Wednesday, November 26, 2014

The War on Education

LONDON – The kidnapping of more than 200 schoolgirls in northern Nigeria by the Islamist terrorist group Boko Haram is beyond outrageous. Sadly, it is just the latest battle in a savage war being waged against the fundamental right of all children to an education. That war is global, as similarly horrifying incidents in Pakistan, Afghanistan, and Somalia attest.

Around the world, there have been 10,000 violent attacks on schools and universities in the past four years, according to a report by the Global Coalition to Protect Education from Attack. The evidence is as ample as it is harrowing, from the 29 schoolboys killed by suspected Boko Haram militants in the Nigerian state of Yobe earlier this year and Somali schoolchildren forced to become soldiers to Muslim boys attacked by ethnic Burmese/Buddhist nationalists in Myanmar and schoolgirls in Afghanistan and Pakistan who have been firebombed, shot, or poisoned by the Taliban for daring to seek an education.

These are not isolated examples of children caught in the crossfire; this is what happens when classrooms become the actual targets of terrorists who see education as a threat. (Indeed, Boko Haram is literally translated to mean that “false” or “Western” education is “forbidden.”) In at least 30 countries, there is a concerted pattern of attacks by armed groups, with Afghanistan, Colombia, Pakistan, Somalia, Sudan, and Syria the worst affected.

Such attacks reveal with stark clarity that providing education is not only about blackboards, books, and curricula. Schools around the world, from North America to northern Nigeria, now need security plans to ensure the safety of their pupils and provide confidence to parents and their communities.

At the World Economic Forum in Abuja, Nigeria’s capital, this week, together with partners from business and civil society, I launched a program to ensure the personal safety of children in areas where the threats to them are real and immediate. The “Safe Schools Initiative” will combine school and community-based plans with special measures to protect children attending some 5,000 primary and secondary schools in the most vulnerable areas.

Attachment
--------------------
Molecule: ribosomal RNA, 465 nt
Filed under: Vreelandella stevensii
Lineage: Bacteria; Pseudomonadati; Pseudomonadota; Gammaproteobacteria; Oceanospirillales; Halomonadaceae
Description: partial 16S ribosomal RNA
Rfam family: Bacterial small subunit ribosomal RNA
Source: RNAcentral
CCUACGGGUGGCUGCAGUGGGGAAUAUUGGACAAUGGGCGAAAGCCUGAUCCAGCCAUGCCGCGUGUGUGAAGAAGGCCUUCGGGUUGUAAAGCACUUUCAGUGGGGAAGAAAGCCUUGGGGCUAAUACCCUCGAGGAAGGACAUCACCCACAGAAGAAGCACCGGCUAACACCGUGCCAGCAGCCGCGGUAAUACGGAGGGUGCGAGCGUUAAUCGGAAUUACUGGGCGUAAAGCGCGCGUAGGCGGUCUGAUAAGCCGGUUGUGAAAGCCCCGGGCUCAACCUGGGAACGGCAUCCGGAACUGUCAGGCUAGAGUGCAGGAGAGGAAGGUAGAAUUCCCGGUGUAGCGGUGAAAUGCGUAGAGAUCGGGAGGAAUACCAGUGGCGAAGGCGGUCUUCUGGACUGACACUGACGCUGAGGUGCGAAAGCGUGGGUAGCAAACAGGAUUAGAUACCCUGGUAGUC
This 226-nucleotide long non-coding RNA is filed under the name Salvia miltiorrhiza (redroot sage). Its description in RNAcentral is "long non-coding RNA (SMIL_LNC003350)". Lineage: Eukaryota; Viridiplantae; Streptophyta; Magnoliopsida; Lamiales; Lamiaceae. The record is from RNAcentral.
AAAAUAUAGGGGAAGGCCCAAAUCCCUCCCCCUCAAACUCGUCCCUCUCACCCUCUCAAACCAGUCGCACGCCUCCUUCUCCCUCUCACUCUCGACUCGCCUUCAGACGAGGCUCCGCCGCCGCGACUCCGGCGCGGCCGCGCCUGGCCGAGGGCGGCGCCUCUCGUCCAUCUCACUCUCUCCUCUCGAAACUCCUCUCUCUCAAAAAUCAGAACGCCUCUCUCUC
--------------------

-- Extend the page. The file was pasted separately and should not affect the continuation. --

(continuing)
For individual schools, the measures will include reinforcing security infrastructure, planning and response, training for staff, and counseling for students and community members. At the community level, education committees comprising parents, teachers, and volunteers will be formed, along with specially developed teacher-student-parent defense units for rapid response to threats.

Other countries’ experience grappling with similar threats has shown that it is crucial to engage religious leaders formally in promoting and safeguarding education. In Afghanistan, in collaboration with community shuras and protection committees, respected imams sometimes use their Friday sermons to raise awareness about the importance of education in Islam.

In Peshawar, Pakistan, in a program supported by UNICEF, prominent Muslims leaders have spoken out about the importance of education and of sending students back to school. In Somalia, religious leaders have gone on public radio in government-controlled areas and visited schools to advocate against the recruitment of child soldiers.

In countries such as Nepal and the Philippines, community-led negotiations have helped to improve security and take politics out of the classroom. In some communities, diverse political and ethnic groups have come together and agreed to develop “Safe School Zones.” They have written and signed codes of conduct stipulating what is and is not allowed on school grounds, in order to prevent violence, school closures, and the politicization of education. In general, the signatory parties have kept their commitments, helping communities to keep schools open, improve the safety of children, and strengthen school administration.